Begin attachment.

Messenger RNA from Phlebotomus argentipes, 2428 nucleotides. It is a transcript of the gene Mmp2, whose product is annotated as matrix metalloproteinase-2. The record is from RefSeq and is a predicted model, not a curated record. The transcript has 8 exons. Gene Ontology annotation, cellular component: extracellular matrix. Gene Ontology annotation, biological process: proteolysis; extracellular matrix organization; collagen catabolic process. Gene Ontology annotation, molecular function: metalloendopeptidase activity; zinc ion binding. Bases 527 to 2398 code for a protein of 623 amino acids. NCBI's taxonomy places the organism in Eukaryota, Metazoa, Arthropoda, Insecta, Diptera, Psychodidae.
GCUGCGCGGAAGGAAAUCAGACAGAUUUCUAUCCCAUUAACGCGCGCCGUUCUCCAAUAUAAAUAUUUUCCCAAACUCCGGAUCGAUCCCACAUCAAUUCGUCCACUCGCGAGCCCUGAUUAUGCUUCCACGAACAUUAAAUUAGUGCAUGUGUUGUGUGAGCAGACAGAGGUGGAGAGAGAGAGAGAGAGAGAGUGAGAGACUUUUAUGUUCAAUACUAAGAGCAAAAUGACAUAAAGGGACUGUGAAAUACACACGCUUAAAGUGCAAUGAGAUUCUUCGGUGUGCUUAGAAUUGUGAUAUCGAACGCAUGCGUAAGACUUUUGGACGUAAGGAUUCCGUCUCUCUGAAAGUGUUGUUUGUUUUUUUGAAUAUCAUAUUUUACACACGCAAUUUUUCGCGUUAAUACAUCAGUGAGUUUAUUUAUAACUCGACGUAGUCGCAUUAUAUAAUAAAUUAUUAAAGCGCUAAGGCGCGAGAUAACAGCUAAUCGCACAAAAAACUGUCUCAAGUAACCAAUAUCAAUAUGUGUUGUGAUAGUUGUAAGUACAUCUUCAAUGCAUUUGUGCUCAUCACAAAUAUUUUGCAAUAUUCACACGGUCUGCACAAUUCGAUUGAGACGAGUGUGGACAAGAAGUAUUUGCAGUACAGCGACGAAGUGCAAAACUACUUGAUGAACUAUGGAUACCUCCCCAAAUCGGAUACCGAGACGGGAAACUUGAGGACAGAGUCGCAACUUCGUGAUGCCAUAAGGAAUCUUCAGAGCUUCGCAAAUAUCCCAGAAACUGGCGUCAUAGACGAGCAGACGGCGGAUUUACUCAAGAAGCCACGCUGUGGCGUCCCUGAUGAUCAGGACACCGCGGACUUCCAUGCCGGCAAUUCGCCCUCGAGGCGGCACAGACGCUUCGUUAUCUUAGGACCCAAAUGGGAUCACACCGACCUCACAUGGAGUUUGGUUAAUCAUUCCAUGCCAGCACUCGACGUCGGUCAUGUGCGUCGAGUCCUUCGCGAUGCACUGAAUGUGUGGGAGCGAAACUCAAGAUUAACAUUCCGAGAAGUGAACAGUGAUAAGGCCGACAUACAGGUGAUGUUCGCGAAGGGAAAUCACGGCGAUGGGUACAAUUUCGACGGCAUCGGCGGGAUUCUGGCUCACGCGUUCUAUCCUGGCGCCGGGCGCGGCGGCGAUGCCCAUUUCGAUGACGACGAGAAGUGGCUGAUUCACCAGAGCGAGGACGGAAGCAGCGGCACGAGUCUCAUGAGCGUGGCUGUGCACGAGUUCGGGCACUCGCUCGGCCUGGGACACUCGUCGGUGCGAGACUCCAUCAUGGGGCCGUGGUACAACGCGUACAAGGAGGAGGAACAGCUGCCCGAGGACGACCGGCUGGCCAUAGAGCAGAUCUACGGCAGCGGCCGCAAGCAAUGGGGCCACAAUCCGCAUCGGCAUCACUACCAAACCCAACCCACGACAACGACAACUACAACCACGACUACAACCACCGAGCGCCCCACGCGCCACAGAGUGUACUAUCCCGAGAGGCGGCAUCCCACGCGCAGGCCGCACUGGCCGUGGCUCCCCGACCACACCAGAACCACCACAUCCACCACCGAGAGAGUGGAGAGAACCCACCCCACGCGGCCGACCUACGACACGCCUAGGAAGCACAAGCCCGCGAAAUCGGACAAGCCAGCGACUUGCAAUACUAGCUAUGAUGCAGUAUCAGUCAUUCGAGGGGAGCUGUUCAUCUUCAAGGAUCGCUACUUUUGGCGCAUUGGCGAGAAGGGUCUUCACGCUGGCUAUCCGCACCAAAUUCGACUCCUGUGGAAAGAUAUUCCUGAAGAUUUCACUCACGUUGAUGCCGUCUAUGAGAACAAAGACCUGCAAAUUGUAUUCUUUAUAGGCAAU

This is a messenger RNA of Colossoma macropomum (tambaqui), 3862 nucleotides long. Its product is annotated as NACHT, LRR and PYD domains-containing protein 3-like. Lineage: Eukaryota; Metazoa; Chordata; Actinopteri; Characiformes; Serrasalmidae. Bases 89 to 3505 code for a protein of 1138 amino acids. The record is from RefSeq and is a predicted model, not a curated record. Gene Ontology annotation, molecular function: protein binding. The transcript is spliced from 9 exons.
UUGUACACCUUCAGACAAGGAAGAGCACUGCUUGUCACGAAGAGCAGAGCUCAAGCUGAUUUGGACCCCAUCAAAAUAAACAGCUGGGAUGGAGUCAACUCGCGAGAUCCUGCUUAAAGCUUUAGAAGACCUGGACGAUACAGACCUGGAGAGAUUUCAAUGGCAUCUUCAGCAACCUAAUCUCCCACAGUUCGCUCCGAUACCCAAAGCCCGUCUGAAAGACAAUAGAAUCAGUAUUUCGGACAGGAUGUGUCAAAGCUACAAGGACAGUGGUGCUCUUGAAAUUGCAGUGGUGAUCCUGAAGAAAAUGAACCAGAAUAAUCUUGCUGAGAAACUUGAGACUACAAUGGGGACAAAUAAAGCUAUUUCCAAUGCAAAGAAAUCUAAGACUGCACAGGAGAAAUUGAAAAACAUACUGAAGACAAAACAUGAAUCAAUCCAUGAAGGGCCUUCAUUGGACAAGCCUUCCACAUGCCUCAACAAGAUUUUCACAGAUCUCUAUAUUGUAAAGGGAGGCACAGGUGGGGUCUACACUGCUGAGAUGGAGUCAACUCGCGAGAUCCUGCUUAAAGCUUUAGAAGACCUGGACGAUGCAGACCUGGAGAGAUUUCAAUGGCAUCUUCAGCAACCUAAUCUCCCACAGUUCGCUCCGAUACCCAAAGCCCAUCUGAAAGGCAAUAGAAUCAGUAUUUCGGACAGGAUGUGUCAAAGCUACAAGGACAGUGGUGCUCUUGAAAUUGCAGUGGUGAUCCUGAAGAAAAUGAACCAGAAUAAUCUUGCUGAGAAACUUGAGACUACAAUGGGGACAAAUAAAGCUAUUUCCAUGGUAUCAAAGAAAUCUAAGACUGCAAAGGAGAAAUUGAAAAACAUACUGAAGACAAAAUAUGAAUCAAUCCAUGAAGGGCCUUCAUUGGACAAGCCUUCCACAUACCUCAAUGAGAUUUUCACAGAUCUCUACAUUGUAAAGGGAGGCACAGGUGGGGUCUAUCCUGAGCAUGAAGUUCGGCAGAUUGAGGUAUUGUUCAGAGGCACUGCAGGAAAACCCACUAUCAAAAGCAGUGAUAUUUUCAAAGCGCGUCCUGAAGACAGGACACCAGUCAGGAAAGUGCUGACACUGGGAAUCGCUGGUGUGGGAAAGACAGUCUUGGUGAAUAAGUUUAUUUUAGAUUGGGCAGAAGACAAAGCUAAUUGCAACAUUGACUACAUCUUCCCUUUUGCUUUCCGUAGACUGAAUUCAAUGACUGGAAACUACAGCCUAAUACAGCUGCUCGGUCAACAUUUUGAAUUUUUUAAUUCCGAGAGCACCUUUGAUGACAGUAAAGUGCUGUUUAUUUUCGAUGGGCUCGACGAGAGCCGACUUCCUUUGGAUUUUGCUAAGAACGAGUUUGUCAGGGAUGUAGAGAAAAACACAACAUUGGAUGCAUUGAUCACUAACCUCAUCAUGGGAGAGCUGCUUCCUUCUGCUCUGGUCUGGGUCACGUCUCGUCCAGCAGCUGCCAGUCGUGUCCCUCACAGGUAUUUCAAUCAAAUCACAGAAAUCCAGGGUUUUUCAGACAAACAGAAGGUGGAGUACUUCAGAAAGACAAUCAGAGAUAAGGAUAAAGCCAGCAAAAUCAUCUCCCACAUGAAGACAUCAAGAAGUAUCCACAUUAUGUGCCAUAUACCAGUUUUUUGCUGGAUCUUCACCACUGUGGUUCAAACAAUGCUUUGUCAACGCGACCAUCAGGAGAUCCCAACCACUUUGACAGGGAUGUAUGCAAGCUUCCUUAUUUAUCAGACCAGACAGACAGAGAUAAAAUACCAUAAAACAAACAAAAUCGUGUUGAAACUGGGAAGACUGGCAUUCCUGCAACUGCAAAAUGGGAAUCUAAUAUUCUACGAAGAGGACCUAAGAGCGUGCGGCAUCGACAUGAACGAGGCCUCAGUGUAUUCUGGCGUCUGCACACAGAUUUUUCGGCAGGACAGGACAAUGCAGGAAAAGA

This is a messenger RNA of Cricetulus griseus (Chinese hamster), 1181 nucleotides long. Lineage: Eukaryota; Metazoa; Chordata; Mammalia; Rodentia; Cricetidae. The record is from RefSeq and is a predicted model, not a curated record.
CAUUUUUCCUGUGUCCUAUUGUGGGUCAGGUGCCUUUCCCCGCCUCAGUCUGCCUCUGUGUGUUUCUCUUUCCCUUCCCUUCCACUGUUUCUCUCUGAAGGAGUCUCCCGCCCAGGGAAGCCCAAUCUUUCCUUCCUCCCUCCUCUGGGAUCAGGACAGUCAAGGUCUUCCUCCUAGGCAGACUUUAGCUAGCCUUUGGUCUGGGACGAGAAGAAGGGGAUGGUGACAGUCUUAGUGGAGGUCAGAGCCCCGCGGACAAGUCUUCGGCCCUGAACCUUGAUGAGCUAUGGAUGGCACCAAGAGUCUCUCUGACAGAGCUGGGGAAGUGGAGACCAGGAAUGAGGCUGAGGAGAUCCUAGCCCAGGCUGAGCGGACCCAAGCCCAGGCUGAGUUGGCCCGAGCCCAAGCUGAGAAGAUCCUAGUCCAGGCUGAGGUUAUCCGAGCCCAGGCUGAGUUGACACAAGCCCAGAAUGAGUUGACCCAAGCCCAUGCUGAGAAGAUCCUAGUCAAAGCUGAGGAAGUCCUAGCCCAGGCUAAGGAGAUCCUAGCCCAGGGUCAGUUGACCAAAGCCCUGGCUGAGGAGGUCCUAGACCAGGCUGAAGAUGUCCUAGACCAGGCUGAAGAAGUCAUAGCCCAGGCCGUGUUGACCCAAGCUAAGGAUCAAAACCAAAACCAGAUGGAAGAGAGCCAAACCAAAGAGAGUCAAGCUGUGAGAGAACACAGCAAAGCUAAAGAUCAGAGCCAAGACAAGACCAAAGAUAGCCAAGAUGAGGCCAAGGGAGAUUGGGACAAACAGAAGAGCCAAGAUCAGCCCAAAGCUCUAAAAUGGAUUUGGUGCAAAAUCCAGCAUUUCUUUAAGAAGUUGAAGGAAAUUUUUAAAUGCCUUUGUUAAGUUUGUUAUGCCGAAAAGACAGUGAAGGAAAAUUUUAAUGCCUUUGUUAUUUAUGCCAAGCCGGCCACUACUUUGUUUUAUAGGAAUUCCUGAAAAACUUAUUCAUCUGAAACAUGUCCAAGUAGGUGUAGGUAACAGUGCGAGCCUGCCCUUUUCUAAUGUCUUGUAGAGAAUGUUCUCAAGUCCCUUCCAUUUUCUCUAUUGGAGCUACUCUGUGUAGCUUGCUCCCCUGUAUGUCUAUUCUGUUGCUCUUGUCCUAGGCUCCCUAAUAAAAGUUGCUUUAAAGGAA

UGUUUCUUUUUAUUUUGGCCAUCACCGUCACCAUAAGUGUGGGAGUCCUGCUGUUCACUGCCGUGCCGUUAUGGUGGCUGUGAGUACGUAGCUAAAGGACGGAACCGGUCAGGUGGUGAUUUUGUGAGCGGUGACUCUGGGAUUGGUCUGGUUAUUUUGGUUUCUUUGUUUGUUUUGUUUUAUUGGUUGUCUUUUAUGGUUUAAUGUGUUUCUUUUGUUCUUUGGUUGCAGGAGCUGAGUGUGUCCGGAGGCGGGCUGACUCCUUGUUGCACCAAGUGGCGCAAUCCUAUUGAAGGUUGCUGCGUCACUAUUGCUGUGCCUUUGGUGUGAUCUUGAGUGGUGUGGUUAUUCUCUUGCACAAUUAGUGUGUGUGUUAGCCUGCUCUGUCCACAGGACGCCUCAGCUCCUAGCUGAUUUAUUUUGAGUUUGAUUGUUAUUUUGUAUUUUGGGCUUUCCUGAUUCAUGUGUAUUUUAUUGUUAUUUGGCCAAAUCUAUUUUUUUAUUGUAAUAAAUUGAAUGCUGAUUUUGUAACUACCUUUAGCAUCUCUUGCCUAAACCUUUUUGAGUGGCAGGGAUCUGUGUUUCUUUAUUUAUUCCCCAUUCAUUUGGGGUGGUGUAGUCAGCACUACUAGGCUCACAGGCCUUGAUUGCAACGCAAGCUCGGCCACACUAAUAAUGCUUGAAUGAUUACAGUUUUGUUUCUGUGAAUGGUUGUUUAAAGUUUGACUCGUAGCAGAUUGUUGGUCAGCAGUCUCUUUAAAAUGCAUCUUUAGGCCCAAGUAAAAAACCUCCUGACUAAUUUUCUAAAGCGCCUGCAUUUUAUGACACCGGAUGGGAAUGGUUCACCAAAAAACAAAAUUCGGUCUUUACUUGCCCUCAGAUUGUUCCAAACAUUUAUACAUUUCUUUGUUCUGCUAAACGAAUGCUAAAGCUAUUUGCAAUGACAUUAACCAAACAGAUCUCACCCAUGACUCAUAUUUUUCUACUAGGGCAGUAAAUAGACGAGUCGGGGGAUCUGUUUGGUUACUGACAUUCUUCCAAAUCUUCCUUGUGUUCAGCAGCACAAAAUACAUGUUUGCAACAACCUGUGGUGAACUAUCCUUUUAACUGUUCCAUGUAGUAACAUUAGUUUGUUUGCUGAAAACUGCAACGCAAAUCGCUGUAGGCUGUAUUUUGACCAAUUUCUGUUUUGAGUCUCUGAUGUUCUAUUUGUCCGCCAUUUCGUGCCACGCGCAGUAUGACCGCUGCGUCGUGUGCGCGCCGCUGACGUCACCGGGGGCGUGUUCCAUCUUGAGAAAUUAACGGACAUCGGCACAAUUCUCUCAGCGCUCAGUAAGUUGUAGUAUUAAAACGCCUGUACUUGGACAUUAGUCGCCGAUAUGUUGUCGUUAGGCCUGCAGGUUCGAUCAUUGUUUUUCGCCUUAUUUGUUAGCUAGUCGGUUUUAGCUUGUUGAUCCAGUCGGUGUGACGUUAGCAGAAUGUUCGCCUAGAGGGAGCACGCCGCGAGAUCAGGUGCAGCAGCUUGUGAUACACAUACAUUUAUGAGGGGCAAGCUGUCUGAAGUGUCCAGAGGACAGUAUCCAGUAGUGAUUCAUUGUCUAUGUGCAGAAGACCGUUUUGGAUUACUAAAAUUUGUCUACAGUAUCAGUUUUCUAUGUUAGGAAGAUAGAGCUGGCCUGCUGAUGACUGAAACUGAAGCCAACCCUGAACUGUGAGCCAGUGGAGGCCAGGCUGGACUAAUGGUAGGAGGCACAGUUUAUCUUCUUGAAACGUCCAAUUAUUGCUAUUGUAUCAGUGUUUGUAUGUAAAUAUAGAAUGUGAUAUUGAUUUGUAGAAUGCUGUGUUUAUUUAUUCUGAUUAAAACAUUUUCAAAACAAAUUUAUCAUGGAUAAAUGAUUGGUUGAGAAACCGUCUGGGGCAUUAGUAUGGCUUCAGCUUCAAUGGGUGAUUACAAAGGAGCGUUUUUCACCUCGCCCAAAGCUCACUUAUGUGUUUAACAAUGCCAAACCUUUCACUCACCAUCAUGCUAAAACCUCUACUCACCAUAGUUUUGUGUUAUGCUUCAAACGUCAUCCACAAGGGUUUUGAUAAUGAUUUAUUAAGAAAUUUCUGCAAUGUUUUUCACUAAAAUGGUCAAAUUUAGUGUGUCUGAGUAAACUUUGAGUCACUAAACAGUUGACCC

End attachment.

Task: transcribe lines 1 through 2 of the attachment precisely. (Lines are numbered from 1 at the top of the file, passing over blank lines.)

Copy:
Messenger RNA from Phlebotomus argentipes, 2428 nucleotides. It is a transcript of the gene Mmp2, whose product is annotated as matrix metalloproteinase-2. The record is from RefSeq and is a predicted model, not a curated record. The transcript has 8 exons. Gene Ontology annotation, cellular component: extracellular matrix. Gene Ontology annotation, biological process: proteolysis; extracellular matrix organization; collagen catabolic process. Gene Ontology annotation, molecular function: metalloendopeptidase activity; zinc ion binding. Bases 527 to 2398 code for a protein of 623 amino acids. NCBI's taxonomy places the organism in Eukaryota, Metazoa, Arthropoda, Insecta, Diptera, Psychodidae.
GCUGCGCGGAAGGAAAUCAGACAGAUUUCUAUCCCAUUAACGCGCGCCGUUCUCCAAUAUAAAUAUUUUCCCAAACUCCGGAUCGAUCCCACAUCAAUUCGUCCACUCGCGAGCCCUGAUUAUGCUUCCACGAACAUUAAAUUAGUGCAUGUGUUGUGUGAGCAGACAGAGGUGGAGAGAGAGAGAGAGAGAGAGUGAGAGACUUUUAUGUUCAAUACUAAGAGCAAAAUGACAUAAAGGGACUGUGAAAUACACACGCUUAAAGUGCAAUGAGAUUCUUCGGUGUGCUUAGAAUUGUGAUAUCGAACGCAUGCGUAAGACUUUUGGACGUAAGGAUUCCGUCUCUCUGAAAGUGUUGUUUGUUUUUUUGAAUAUCAUAUUUUACACACGCAAUUUUUCGCGUUAAUACAUCAGUGAGUUUAUUUAUAACUCGACGUAGUCGCAUUAUAUAAUAAAUUAUUAAAGCGCUAAGGCGCGAGAUAACAGCUAAUCGCACAAAAAACUGUCUCAAGUAACCAAUAUCAAUAUGUGUUGUGAUAGUUGUAAGUACAUCUUCAAUGCAUUUGUGCUCAUCACAAAUAUUUUGCAAUAUUCACACGGUCUGCACAAUUCGAUUGAGACGAGUGUGGACAAGAAGUAUUUGCAGUACAGCGACGAAGUGCAAAACUACUUGAUGAACUAUGGAUACCUCCCCAAAUCGGAUACCGAGACGGGAAACUUGAGGACAGAGUCGCAACUUCGUGAUGCCAUAAGGAAUCUUCAGAGCUUCGCAAAUAUCCCAGAAACUGGCGUCAUAGACGAGCAGACGGCGGAUUUACUCAAGAAGCCACGCUGUGGCGUCCCUGAUGAUCAGGACACCGCGGACUUCCAUGCCGGCAAUUCGCCCUCGAGGCGGCACAGACGCUUCGUUAUCUUAGGACCCAAAUGGGAUCACACCGACCUCACAUGGAGUUUGGUUAAUCAUUCCAUGCCAGCACUCGACGUCGGUCAUGUGCGUCGAGUCCUUCGCGAUGCACUGAAUGUGUGGGAGCGAAACUCAAGAUUAACAUUCCGAGAAGUGAACAGUGAUAAGGCCGACAUACAGGUGAUGUUCGCGAAGGGAAAUCACGGCGAUGGGUACAAUUUCGACGGCAUCGGCGGGAUUCUGGCUCACGCGUUCUAUCCUGGCGCCGGGCGCGGCGGCGAUGCCCAUUUCGAUGACGACGAGAAGUGGCUGAUUCACCAGAGCGAGGACGGAAGCAGCGGCACGAGUCUCAUGAGCGUGGCUGUGCACGAGUUCGGGCACUCGCUCGGCCUGGGACACUCGUCGGUGCGAGACUCCAUCAUGGGGCCGUGGUACAACGCGUACAAGGAGGAGGAACAGCUGCCCGAGGACGACCGGCUGGCCAUAGAGCAGAUCUACGGCAGCGGCCGCAAGCAAUGGGGCCACAAUCCGCAUCGGCAUCACUACCAAACCCAACCCACGACAACGACAACUACAACCACGACUACAACCACCGAGCGCCCCACGCGCCACAGAGUGUACUAUCCCGAGAGGCGGCAUCCCACGCGCAGGCCGCACUGGCCGUGGCUCCCCGACCACACCAGAACCACCACAUCCACCACCGAGAGAGUGGAGAGAACCCACCCCACGCGGCCGACCUACGACACGCCUAGGAAGCACAAGCCCGCGAAAUCGGACAAGCCAGCGACUUGCAAUACUAGCUAUGAUGCAGUAUCAGUCAUUCGAGGGGAGCUGUUCAUCUUCAAGGAUCGCUACUUUUGGCGCAUUGGCGAGAAGGGUCUUCACGCUGGCUAUCCGCACCAAAUUCGACUCCUGUGGAAAGAUAUUCCUGAAGAUUUCACUCACGUUGAUGCCGUCUAUGAGAACAAAGACCUGCAAAUUGUAUUCUUUAUAGGCAAU